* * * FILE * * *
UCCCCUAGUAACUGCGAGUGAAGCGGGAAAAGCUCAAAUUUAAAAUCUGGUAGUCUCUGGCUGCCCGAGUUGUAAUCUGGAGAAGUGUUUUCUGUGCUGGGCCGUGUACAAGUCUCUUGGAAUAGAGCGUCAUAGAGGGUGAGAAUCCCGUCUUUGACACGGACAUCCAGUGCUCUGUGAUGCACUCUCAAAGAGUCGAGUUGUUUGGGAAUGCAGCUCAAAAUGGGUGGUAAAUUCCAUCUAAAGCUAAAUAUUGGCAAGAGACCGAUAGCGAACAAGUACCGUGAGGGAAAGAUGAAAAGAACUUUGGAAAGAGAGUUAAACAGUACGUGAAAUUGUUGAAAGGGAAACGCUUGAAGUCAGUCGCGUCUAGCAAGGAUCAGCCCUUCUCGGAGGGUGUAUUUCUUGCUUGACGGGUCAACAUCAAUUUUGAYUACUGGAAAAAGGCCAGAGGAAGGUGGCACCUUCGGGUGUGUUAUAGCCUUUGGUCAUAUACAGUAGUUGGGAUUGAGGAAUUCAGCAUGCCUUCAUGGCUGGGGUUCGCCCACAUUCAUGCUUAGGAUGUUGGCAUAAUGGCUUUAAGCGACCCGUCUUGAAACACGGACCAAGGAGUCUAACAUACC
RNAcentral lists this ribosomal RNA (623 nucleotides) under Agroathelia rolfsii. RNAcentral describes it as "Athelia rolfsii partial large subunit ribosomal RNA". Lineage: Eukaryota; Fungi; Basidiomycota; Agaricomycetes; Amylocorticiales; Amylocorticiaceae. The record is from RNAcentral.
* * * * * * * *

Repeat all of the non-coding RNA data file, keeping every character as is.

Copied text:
UCCCCUAGUAACUGCGAGUGAAGCGGGAAAAGCUCAAAUUUAAAAUCUGGUAGUCUCUGGCUGCCCGAGUUGUAAUCUGGAGAAGUGUUUUCUGUGCUGGGCCGUGUACAAGUCUCUUGGAAUAGAGCGUCAUAGAGGGUGAGAAUCCCGUCUUUGACACGGACAUCCAGUGCUCUGUGAUGCACUCUCAAAGAGUCGAGUUGUUUGGGAAUGCAGCUCAAAAUGGGUGGUAAAUUCCAUCUAAAGCUAAAUAUUGGCAAGAGACCGAUAGCGAACAAGUACCGUGAGGGAAAGAUGAAAAGAACUUUGGAAAGAGAGUUAAACAGUACGUGAAAUUGUUGAAAGGGAAACGCUUGAAGUCAGUCGCGUCUAGCAAGGAUCAGCCCUUCUCGGAGGGUGUAUUUCUUGCUUGACGGGUCAACAUCAAUUUUGAYUACUGGAAAAAGGCCAGAGGAAGGUGGCACCUUCGGGUGUGUUAUAGCCUUUGGUCAUAUACAGUAGUUGGGAUUGAGGAAUUCAGCAUGCCUUCAUGGCUGGGGUUCGCCCACAUUCAUGCUUAGGAUGUUGGCAUAAUGGCUUUAAGCGACCCGUCUUGAAACACGGACCAAGGAGUCUAACAUACC
RNAcentral lists this ribosomal RNA (623 nucleotides) under Agroathelia rolfsii. RNAcentral describes it as "Athelia rolfsii partial large subunit ribosomal RNA". Lineage: Eukaryota; Fungi; Basidiomycota; Agaricomycetes; Amylocorticiales; Amylocorticiaceae. The record is from RNAcentral.